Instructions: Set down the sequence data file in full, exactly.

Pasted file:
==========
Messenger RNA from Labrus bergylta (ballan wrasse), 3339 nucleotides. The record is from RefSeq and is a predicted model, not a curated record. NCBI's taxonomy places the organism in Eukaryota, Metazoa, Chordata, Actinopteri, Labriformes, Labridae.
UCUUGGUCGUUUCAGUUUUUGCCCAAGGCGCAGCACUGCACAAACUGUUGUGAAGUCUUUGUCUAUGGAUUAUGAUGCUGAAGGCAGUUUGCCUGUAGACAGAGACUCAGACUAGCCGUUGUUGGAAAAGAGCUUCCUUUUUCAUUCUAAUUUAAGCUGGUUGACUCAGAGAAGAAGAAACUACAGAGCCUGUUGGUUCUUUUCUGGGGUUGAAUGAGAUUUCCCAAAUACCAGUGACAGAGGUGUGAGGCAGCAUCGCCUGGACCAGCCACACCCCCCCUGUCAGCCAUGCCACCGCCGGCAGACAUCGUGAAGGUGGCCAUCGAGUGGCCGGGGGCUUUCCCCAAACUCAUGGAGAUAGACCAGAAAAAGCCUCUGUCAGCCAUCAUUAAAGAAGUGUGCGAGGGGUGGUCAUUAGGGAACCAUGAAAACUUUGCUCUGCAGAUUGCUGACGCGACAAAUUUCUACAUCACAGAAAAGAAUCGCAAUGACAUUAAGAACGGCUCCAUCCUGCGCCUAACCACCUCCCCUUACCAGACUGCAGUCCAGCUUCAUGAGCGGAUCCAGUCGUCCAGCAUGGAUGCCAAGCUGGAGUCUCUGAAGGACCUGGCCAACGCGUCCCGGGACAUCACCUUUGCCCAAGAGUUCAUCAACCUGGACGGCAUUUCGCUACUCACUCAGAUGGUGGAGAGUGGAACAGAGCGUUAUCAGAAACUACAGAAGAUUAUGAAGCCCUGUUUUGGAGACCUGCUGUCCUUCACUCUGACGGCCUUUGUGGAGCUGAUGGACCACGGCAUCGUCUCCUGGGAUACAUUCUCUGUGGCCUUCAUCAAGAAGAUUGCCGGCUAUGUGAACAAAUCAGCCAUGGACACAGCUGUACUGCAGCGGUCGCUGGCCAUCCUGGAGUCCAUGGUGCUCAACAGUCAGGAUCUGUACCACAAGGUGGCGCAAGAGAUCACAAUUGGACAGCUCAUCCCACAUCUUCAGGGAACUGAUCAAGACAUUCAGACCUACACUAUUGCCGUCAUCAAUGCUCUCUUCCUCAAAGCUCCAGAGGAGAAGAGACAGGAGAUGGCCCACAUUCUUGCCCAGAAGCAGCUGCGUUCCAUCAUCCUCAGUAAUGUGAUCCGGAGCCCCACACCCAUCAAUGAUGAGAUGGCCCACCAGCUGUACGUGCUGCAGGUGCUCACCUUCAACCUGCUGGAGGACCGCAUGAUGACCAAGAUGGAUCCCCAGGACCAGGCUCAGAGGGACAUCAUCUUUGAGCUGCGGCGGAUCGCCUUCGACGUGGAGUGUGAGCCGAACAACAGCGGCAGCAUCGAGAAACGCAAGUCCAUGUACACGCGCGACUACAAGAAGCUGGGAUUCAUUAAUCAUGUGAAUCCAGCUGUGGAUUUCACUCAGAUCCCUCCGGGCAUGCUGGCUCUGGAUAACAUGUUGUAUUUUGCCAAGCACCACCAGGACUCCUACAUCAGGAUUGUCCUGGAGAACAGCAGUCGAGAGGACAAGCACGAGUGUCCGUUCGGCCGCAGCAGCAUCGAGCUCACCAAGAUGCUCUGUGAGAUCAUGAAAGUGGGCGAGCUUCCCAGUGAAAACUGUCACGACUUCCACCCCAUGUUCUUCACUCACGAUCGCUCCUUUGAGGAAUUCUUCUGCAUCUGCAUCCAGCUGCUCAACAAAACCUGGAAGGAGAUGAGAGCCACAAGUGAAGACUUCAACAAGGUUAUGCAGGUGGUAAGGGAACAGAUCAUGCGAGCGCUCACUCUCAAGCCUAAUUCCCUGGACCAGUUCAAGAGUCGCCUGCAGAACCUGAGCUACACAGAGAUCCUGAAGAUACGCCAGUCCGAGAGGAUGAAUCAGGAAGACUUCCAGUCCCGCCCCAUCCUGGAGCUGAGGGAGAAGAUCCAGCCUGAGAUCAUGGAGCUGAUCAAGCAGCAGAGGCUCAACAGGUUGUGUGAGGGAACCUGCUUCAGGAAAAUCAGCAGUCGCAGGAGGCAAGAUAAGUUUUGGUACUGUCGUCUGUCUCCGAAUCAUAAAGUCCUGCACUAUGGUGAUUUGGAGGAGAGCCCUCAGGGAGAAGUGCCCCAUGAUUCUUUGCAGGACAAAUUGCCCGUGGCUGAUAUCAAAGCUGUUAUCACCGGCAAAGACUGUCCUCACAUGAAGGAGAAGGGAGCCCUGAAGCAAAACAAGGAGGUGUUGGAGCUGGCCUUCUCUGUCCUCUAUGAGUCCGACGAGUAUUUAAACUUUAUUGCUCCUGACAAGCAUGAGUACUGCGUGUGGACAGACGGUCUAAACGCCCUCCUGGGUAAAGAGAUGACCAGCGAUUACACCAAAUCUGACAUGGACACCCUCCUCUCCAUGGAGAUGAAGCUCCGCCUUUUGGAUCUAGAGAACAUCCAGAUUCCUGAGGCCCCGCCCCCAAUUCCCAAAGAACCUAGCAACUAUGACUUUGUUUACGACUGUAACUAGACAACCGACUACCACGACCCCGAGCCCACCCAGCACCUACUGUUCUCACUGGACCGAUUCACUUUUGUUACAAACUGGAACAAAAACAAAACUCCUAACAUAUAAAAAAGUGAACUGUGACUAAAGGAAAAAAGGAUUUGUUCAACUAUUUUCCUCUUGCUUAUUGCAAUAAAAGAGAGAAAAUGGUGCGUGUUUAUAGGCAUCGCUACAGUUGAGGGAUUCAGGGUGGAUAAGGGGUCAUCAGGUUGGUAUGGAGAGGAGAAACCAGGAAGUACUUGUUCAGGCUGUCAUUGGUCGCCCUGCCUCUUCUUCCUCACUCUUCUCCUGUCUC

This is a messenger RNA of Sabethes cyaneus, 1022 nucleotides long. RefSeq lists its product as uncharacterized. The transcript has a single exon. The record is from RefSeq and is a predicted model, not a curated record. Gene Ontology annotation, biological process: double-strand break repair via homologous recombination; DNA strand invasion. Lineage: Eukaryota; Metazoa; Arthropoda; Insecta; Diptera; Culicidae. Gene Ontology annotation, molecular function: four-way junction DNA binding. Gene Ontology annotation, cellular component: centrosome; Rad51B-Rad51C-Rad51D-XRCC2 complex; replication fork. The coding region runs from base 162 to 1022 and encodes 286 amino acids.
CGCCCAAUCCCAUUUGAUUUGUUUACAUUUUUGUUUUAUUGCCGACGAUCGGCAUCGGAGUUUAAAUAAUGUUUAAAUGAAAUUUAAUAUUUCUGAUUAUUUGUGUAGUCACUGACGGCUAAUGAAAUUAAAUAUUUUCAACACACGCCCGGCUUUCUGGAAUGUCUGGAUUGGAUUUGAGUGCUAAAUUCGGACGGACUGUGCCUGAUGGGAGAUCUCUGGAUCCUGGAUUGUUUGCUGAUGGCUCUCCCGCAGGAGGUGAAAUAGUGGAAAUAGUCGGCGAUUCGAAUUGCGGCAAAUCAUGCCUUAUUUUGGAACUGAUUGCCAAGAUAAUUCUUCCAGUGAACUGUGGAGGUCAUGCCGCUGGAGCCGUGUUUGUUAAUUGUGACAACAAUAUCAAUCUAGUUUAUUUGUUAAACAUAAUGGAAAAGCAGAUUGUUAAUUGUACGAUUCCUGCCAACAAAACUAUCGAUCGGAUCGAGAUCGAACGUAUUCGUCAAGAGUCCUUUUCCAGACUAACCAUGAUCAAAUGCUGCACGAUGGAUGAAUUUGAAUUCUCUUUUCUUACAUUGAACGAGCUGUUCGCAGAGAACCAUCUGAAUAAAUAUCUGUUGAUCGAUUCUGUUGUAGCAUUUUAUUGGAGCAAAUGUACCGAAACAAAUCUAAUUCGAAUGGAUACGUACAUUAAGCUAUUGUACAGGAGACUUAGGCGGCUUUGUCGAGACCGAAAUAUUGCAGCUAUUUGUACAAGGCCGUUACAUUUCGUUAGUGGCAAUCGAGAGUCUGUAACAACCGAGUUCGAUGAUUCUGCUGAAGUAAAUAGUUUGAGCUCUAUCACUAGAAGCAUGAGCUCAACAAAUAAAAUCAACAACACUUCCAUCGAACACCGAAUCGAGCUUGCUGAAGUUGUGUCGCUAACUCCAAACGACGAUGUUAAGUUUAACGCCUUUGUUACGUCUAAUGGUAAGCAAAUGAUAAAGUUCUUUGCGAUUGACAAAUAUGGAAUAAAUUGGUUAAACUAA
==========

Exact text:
Messenger RNA from Labrus bergylta (ballan wrasse), 3339 nucleotides. The record is from RefSeq and is a predicted model, not a curated record. NCBI's taxonomy places the organism in Eukaryota, Metazoa, Chordata, Actinopteri, Labriformes, Labridae.
UCUUGGUCGUUUCAGUUUUUGCCCAAGGCGCAGCACUGCACAAACUGUUGUGAAGUCUUUGUCUAUGGAUUAUGAUGCUGAAGGCAGUUUGCCUGUAGACAGAGACUCAGACUAGCCGUUGUUGGAAAAGAGCUUCCUUUUUCAUUCUAAUUUAAGCUGGUUGACUCAGAGAAGAAGAAACUACAGAGCCUGUUGGUUCUUUUCUGGGGUUGAAUGAGAUUUCCCAAAUACCAGUGACAGAGGUGUGAGGCAGCAUCGCCUGGACCAGCCACACCCCCCCUGUCAGCCAUGCCACCGCCGGCAGACAUCGUGAAGGUGGCCAUCGAGUGGCCGGGGGCUUUCCCCAAACUCAUGGAGAUAGACCAGAAAAAGCCUCUGUCAGCCAUCAUUAAAGAAGUGUGCGAGGGGUGGUCAUUAGGGAACCAUGAAAACUUUGCUCUGCAGAUUGCUGACGCGACAAAUUUCUACAUCACAGAAAAGAAUCGCAAUGACAUUAAGAACGGCUCCAUCCUGCGCCUAACCACCUCCCCUUACCAGACUGCAGUCCAGCUUCAUGAGCGGAUCCAGUCGUCCAGCAUGGAUGCCAAGCUGGAGUCUCUGAAGGACCUGGCCAACGCGUCCCGGGACAUCACCUUUGCCCAAGAGUUCAUCAACCUGGACGGCAUUUCGCUACUCACUCAGAUGGUGGAGAGUGGAACAGAGCGUUAUCAGAAACUACAGAAGAUUAUGAAGCCCUGUUUUGGAGACCUGCUGUCCUUCACUCUGACGGCCUUUGUGGAGCUGAUGGACCACGGCAUCGUCUCCUGGGAUACAUUCUCUGUGGCCUUCAUCAAGAAGAUUGCCGGCUAUGUGAACAAAUCAGCCAUGGACACAGCUGUACUGCAGCGGUCGCUGGCCAUCCUGGAGUCCAUGGUGCUCAACAGUCAGGAUCUGUACCACAAGGUGGCGCAAGAGAUCACAAUUGGACAGCUCAUCCCACAUCUUCAGGGAACUGAUCAAGACAUUCAGACCUACACUAUUGCCGUCAUCAAUGCUCUCUUCCUCAAAGCUCCAGAGGAGAAGAGACAGGAGAUGGCCCACAUUCUUGCCCAGAAGCAGCUGCGUUCCAUCAUCCUCAGUAAUGUGAUCCGGAGCCCCACACCCAUCAAUGAUGAGAUGGCCCACCAGCUGUACGUGCUGCAGGUGCUCACCUUCAACCUGCUGGAGGACCGCAUGAUGACCAAGAUGGAUCCCCAGGACCAGGCUCAGAGGGACAUCAUCUUUGAGCUGCGGCGGAUCGCCUUCGACGUGGAGUGUGAGCCGAACAACAGCGGCAGCAUCGAGAAACGCAAGUCCAUGUACACGCGCGACUACAAGAAGCUGGGAUUCAUUAAUCAUGUGAAUCCAGCUGUGGAUUUCACUCAGAUCCCUCCGGGCAUGCUGGCUCUGGAUAACAUGUUGUAUUUUGCCAAGCACCACCAGGACUCCUACAUCAGGAUUGUCCUGGAGAACAGCAGUCGAGAGGACAAGCACGAGUGUCCGUUCGGCCGCAGCAGCAUCGAGCUCACCAAGAUGCUCUGUGAGAUCAUGAAAGUGGGCGAGCUUCCCAGUGAAAACUGUCACGACUUCCACCCCAUGUUCUUCACUCACGAUCGCUCCUUUGAGGAAUUCUUCUGCAUCUGCAUCCAGCUGCUCAACAAAACCUGGAAGGAGAUGAGAGCCACAAGUGAAGACUUCAACAAGGUUAUGCAGGUGGUAAGGGAACAGAUCAUGCGAGCGCUCACUCUCAAGCCUAAUUCCCUGGACCAGUUCAAGAGUCGCCUGCAGAACCUGAGCUACACAGAGAUCCUGAAGAUACGCCAGUCCGAGAGGAUGAAUCAGGAAGACUUCCAGUCCCGCCCCAUCCUGGAGCUGAGGGAGAAGAUCCAGCCUGAGAUCAUGGAGCUGAUCAAGCAGCAGAGGCUCAACAGGUUGUGUGAGGGAACCUGCUUCAGGAAAAUCAGCAGUCGCAGGAGGCAAGAUAAGUUUUGGUACUGUCGUCUGUCUCCGAAUCAUAAAGUCCUGCACUAUGGUGAUUUGGAGGAGAGCCCUCAGGGAGAAGUGCCCCAUGAUUCUUUGCAGGACAAAUUGCCCGUGGCUGAUAUCAAAGCUGUUAUCACCGGCAAAGACUGUCCUCACAUGAAGGAGAAGGGAGCCCUGAAGCAAAACAAGGAGGUGUUGGAGCUGGCCUUCUCUGUCCUCUAUGAGUCCGACGAGUAUUUAAACUUUAUUGCUCCUGACAAGCAUGAGUACUGCGUGUGGACAGACGGUCUAAACGCCCUCCUGGGUAAAGAGAUGACCAGCGAUUACACCAAAUCUGACAUGGACACCCUCCUCUCCAUGGAGAUGAAGCUCCGCCUUUUGGAUCUAGAGAACAUCCAGAUUCCUGAGGCCCCGCCCCCAAUUCCCAAAGAACCUAGCAACUAUGACUUUGUUUACGACUGUAACUAGACAACCGACUACCACGACCCCGAGCCCACCCAGCACCUACUGUUCUCACUGGACCGAUUCACUUUUGUUACAAACUGGAACAAAAACAAAACUCCUAACAUAUAAAAAAGUGAACUGUGACUAAAGGAAAAAAGGAUUUGUUCAACUAUUUUCCUCUUGCUUAUUGCAAUAAAAGAGAGAAAAUGGUGCGUGUUUAUAGGCAUCGCUACAGUUGAGGGAUUCAGGGUGGAUAAGGGGUCAUCAGGUUGGUAUGGAGAGGAGAAACCAGGAAGUACUUGUUCAGGCUGUCAUUGGUCGCCCUGCCUCUUCUUCCUCACUCUUCUCCUGUCUC

This is a messenger RNA of Sabethes cyaneus, 1022 nucleotides long. RefSeq lists its product as uncharacterized. The transcript has a single exon. The record is from RefSeq and is a predicted model, not a curated record. Gene Ontology annotation, biological process: double-strand break repair via homologous recombination; DNA strand invasion. Lineage: Eukaryota; Metazoa; Arthropoda; Insecta; Diptera; Culicidae. Gene Ontology annotation, molecular function: four-way junction DNA binding. Gene Ontology annotation, cellular component: centrosome; Rad51B-Rad51C-Rad51D-XRCC2 complex; replication fork. The coding region runs from base 162 to 1022 and encodes 286 amino acids.
CGCCCAAUCCCAUUUGAUUUGUUUACAUUUUUGUUUUAUUGCCGACGAUCGGCAUCGGAGUUUAAAUAAUGUUUAAAUGAAAUUUAAUAUUUCUGAUUAUUUGUGUAGUCACUGACGGCUAAUGAAAUUAAAUAUUUUCAACACACGCCCGGCUUUCUGGAAUGUCUGGAUUGGAUUUGAGUGCUAAAUUCGGACGGACUGUGCCUGAUGGGAGAUCUCUGGAUCCUGGAUUGUUUGCUGAUGGCUCUCCCGCAGGAGGUGAAAUAGUGGAAAUAGUCGGCGAUUCGAAUUGCGGCAAAUCAUGCCUUAUUUUGGAACUGAUUGCCAAGAUAAUUCUUCCAGUGAACUGUGGAGGUCAUGCCGCUGGAGCCGUGUUUGUUAAUUGUGACAACAAUAUCAAUCUAGUUUAUUUGUUAAACAUAAUGGAAAAGCAGAUUGUUAAUUGUACGAUUCCUGCCAACAAAACUAUCGAUCGGAUCGAGAUCGAACGUAUUCGUCAAGAGUCCUUUUCCAGACUAACCAUGAUCAAAUGCUGCACGAUGGAUGAAUUUGAAUUCUCUUUUCUUACAUUGAACGAGCUGUUCGCAGAGAACCAUCUGAAUAAAUAUCUGUUGAUCGAUUCUGUUGUAGCAUUUUAUUGGAGCAAAUGUACCGAAACAAAUCUAAUUCGAAUGGAUACGUACAUUAAGCUAUUGUACAGGAGACUUAGGCGGCUUUGUCGAGACCGAAAUAUUGCAGCUAUUUGUACAAGGCCGUUACAUUUCGUUAGUGGCAAUCGAGAGUCUGUAACAACCGAGUUCGAUGAUUCUGCUGAAGUAAAUAGUUUGAGCUCUAUCACUAGAAGCAUGAGCUCAACAAAUAAAAUCAACAACACUUCCAUCGAACACCGAAUCGAGCUUGCUGAAGUUGUGUCGCUAACUCCAAACGACGAUGUUAAGUUUAACGCCUUUGUUACGUCUAAUGGUAAGCAAAUGAUAAAGUUCUUUGCGAUUGACAAAUAUGGAAUAAAUUGGUUAAACUAA